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Institutional Antecedents of Partnering for Social Change: How Institutional Logics Shape Cross-Sector Social Partnerships

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Abstract

Heeding the call for a deeper understanding of how cross-sector social partnerships (CSSPs) can be managed across different contexts, this article integrates ideas from institutional theory with current debate on cross-boundary collaboration. Adopting the point of view of business actors interested in forming a CSSP to address complex social problems, we suggest that “appropriateness” needs shape business approaches toward partnering for social change, exerting an impact on the benefits that can be gained from it. A theoretical framework is proposed that identifies and frames four CSSP styles, as resulting from combinations of dominant institutional orientations in a field and its general level of coherence. We show how, depending on prevailing institutional logics, intervention models underlying the CSSP have to emphasize either the business soundness of the initiative or its social value, together with a consistent leadership style. Moreover, while directive approaches based on concentrated governance structures aimed at setting the rules of the game are shown to prevail in fields characterized by low level of institutional coherence, participative models emerge in more established fields, with CSSP’s promoter playing an integrative role through distributed governance structures. The article concludes with a summary and implications of an institutional-based view of CSSPs.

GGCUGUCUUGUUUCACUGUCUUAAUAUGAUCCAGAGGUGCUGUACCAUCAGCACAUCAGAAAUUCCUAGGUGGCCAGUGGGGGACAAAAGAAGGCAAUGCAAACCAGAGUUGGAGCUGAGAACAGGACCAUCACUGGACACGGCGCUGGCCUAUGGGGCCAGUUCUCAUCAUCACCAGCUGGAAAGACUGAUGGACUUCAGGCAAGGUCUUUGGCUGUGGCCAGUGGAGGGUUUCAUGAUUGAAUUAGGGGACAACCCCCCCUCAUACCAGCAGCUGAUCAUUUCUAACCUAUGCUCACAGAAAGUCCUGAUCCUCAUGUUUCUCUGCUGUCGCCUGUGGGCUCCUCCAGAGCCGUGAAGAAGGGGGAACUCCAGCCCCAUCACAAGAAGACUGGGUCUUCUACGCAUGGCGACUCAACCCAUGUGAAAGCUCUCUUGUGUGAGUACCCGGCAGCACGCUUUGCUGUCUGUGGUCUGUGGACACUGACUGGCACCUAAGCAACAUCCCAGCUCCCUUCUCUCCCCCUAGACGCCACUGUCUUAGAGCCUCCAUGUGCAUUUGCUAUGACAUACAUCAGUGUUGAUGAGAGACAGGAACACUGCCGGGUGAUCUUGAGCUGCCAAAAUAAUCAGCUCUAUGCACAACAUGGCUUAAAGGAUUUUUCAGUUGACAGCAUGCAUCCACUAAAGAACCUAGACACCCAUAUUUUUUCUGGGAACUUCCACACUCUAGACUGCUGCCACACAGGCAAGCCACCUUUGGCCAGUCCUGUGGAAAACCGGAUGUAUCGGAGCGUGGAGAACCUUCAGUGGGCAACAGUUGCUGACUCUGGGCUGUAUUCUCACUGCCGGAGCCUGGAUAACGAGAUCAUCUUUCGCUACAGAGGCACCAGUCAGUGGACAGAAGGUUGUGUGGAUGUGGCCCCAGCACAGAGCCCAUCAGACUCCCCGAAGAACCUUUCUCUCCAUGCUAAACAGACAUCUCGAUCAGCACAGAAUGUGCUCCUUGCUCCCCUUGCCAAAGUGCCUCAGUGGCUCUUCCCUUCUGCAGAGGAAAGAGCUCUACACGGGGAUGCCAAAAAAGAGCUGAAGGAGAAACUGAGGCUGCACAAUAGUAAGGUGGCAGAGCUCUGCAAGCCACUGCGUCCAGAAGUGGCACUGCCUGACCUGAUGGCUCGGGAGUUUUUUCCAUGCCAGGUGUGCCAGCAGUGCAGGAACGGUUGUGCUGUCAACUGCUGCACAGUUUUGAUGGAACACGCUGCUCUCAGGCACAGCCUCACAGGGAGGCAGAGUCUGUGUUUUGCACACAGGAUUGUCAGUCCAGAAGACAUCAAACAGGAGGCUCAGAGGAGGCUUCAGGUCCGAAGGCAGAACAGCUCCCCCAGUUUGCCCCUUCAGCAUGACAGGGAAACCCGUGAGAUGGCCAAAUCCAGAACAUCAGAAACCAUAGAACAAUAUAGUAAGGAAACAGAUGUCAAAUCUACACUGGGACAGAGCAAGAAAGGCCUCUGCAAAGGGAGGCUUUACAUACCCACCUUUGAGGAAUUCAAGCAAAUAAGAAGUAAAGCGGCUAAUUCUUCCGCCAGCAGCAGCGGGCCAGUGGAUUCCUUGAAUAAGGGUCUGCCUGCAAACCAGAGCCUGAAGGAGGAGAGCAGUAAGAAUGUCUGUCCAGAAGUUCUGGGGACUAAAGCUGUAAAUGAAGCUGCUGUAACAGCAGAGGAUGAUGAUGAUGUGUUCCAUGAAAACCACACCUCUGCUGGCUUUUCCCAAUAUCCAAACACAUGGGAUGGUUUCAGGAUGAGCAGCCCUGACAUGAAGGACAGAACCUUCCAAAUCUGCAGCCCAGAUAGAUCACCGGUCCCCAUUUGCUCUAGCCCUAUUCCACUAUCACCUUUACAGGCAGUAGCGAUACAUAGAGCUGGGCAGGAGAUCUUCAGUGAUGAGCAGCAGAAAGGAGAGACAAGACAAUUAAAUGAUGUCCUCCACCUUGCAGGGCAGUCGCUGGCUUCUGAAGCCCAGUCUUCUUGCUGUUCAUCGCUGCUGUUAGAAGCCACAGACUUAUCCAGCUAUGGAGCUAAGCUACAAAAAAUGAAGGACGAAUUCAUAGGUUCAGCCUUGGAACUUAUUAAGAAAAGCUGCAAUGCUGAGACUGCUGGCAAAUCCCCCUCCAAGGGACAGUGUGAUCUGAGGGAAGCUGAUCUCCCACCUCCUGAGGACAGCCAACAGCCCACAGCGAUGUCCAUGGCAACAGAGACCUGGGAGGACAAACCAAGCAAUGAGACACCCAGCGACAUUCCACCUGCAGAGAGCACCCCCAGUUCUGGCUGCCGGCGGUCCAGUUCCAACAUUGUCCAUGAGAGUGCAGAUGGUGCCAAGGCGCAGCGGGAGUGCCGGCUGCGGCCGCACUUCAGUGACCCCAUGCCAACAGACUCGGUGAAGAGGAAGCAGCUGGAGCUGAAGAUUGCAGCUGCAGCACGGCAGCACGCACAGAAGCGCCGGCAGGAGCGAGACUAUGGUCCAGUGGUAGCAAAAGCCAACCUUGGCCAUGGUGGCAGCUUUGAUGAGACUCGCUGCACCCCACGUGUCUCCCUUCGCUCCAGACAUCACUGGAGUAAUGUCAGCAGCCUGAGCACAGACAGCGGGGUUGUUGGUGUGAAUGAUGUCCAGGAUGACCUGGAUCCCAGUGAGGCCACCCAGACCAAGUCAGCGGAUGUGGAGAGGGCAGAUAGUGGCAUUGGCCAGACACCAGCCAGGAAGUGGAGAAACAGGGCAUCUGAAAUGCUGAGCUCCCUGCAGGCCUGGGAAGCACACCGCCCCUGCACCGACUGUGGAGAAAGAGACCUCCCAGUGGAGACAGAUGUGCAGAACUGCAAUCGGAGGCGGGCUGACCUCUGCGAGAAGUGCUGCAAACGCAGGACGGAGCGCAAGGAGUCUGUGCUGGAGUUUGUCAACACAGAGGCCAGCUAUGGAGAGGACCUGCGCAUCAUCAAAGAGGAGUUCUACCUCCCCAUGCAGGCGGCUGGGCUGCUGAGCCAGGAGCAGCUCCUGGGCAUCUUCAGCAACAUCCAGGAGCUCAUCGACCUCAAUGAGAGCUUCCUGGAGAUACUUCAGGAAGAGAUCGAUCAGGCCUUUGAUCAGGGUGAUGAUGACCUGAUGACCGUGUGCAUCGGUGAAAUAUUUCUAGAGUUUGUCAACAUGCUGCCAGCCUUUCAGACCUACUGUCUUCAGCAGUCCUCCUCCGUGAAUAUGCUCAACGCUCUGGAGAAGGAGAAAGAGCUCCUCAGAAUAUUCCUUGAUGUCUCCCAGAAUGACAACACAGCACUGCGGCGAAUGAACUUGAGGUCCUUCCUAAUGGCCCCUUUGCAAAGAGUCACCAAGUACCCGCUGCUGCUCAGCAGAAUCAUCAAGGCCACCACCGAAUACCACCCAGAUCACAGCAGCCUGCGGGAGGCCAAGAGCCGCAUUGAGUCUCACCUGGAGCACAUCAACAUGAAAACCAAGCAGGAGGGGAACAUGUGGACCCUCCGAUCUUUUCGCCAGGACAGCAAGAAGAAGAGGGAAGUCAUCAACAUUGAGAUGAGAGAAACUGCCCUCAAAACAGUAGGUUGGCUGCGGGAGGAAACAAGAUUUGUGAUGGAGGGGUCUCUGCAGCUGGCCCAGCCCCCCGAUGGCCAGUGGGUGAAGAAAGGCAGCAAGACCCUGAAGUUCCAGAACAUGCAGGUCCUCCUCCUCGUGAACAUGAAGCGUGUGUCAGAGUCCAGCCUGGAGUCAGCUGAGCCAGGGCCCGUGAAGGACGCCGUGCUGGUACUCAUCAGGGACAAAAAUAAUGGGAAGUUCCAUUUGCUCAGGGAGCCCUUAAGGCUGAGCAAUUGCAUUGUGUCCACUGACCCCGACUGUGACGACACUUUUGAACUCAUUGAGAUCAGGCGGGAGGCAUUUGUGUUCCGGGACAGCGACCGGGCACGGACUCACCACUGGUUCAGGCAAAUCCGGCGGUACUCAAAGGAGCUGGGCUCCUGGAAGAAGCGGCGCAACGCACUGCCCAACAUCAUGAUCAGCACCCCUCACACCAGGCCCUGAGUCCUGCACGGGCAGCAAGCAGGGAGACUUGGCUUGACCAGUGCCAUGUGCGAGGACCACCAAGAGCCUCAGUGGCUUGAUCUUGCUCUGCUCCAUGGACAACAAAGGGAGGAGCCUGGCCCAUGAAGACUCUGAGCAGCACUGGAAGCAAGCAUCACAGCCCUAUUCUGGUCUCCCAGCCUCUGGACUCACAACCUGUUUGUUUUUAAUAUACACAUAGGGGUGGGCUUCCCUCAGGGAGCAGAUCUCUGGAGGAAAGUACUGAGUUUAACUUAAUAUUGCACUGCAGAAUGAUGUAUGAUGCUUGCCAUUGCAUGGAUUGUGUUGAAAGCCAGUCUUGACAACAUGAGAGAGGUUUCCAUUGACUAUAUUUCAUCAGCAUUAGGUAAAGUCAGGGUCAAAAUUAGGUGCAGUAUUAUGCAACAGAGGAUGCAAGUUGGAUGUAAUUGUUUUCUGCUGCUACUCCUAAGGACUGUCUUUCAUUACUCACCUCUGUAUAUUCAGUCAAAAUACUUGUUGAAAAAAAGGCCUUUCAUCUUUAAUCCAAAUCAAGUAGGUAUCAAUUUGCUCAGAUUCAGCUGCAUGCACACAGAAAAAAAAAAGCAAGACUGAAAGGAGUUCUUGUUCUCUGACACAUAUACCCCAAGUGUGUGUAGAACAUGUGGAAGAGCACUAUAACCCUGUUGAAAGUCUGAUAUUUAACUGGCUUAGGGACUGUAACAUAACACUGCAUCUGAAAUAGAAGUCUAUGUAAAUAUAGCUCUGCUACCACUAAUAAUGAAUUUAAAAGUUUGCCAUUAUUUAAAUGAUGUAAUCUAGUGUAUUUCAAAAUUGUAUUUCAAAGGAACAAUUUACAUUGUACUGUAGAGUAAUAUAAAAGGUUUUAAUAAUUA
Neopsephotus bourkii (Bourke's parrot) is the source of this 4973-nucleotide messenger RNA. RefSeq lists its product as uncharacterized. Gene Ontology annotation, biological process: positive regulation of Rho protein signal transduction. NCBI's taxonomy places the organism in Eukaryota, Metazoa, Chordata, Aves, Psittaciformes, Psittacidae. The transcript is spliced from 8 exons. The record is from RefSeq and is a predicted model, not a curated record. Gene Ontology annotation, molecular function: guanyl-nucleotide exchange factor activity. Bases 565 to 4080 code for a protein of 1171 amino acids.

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Correspondence to Clodia Vurro.

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Vurro, C., Dacin, M.T. & Perrini, F. Institutional Antecedents of Partnering for Social Change: How Institutional Logics Shape Cross-Sector Social Partnerships. J Bus Ethics 94 (Suppl 1), 39–53 (2010). https://doi.org/10.1007/s10551-011-0778-0

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